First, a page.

"Roby's execution of a witch was weird and unique. A charcoal outline of the witch was drawn on a board, which was then set up against a tree facing the south. Then, taking his position in front of the witch-board—the witch was invisible to the uninitiated—he would load his gun. A charm he took from his mouth was carefully pushed down on the bullet. Then, muttering an incantation unintelligible to the few permitted to witness the scene, he aimed and discharged the weapon. Usually, a splotch of blood would appear on the drawing, which indicated that the shot was fatal. Sometimes, the process had to be repeated before such a result was obtained. If only wounded, the witch was liable to return when healed. No bullet mark was ever visible on the board, and that the outlined figure should flow blood was a wonder. But all is mystery in the occult.

"When well advanced in years, Roby moved to the Little Kanawha, now Gilmer County. The fame of his achievements had preceded him, and fortunately, he arrived when his help was most needed. He had occupied his new home, but a few days later, he was called upon to slay the most malevolent witch that had ever visited the community. It was just at the opening of the sugar season, and a neighbor found a large turn-off of sugar unfit for use. It had a salty taste and a disagreeable odor. Even children, so fond of sweets, refused it with disgust. Roby was summoned, and after a careful examination of the premises, he pronounced it the most malicious and diabolical case that had ever come to his notice. No mercy should be shown to such a witch, and he would exterminate it if in his power. If successful, he would expect a compensation of fifty pounds of sugar. This was satisfactory to the victim, and Roby proceeded to business.

"He first directed that the spiles be withdrawn from the trees and the troughs emptied, washed, and set up to drain. While this was being done, the wizard returned home to prepare for the conflict. In the afternoon he appeared, bearing his trusty rifle and a board on which was drawn in bold lines the figure of a witch. This was placed against a noble sugar tree near the center of the grove, then calling his patron to witness the operation, the executioner took his position in front of the image. He carefully charged his rifle, exhibiting the shining bullet before thrusting it to its place with the secret charm added. Then invoking a spell, he took deliberate aim and fired. As the echo of the shot rang through the grove and the wizard was yet wreathed in smoke, the excited patron exclaimed, "Begosh, yer hit 'er, old man. I see blood!' 'Yes,' was Roby's solemn reply. 'I seed the witch drap and vanish.' The blood showed a wound near the heart, consequently fatal.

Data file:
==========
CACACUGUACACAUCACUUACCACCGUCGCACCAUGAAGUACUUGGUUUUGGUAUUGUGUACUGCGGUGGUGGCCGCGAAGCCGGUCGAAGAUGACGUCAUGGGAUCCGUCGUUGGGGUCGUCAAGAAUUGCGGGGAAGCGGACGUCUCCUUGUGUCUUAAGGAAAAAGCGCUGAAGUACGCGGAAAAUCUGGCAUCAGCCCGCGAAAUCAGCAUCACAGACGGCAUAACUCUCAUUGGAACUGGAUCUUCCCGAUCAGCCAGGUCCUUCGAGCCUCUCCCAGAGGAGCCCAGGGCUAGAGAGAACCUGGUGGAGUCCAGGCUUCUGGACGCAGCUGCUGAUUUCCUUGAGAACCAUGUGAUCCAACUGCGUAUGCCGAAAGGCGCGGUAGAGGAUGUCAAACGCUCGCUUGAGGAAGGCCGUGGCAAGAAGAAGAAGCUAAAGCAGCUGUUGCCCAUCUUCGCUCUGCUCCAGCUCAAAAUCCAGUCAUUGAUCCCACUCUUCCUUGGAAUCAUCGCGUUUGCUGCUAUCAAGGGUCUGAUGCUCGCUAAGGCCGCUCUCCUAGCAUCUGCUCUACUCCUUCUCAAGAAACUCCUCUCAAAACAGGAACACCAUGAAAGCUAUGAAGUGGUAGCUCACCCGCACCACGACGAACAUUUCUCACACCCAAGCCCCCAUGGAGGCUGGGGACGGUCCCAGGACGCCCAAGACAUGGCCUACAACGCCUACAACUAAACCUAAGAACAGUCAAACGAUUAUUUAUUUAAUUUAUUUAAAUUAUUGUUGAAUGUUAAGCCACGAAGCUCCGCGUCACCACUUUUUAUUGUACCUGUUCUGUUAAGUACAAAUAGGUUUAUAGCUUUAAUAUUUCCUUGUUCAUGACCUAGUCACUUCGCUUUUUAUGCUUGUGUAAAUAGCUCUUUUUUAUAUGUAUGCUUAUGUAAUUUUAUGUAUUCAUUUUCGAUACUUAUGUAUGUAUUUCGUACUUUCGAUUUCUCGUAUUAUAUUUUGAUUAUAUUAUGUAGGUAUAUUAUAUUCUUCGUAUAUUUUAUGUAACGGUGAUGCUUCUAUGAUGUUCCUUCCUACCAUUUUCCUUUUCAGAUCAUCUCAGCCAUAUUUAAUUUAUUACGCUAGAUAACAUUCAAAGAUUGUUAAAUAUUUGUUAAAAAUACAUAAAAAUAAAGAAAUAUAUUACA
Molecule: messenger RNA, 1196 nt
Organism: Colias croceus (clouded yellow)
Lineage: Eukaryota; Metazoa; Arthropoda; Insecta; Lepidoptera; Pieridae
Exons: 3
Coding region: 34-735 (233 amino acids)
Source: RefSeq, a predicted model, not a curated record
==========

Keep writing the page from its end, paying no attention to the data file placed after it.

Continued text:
"All hands, including the women, were then called to replace the spiles and troughs, the wizard assisting. The next morning, the disenchanter was on hand to note the result. Pure sweet water was flowing, and the troughs well filled. The magician took charge of the furnace while the family did the outside work. That night they had a turn-off to delight an epicure. The salutary result of the incantation was complete, and the hero of the occasion was gratefully invited to take control of the furnace and share in the run.


"The late William Bennett, of Walkersville, a gentleman of intelligence and veracity, got closer to Roby's conjuring than anyone else. This he accomplished by patronage and flattery. The Bennetts were renowned hunters and for one so distinguished to bring his gun for treatment appealed to the old man's vanity. After a long and intimate study of Roby and his 'Black Art,' Mr. Bennett expressed the belief that Roby was honest and sincere in his assumption of magical powers."

Indeed few English speakers who have observed the "Witchers Creek" road sign on U.S. 60 have done so without considering the association with the word "witch," surely a coincidence. But it turns out a witch legend is, in fact, associated with the stream, though few seem to know how believable much of the tale might be, and fewer seem to know of the tale at all.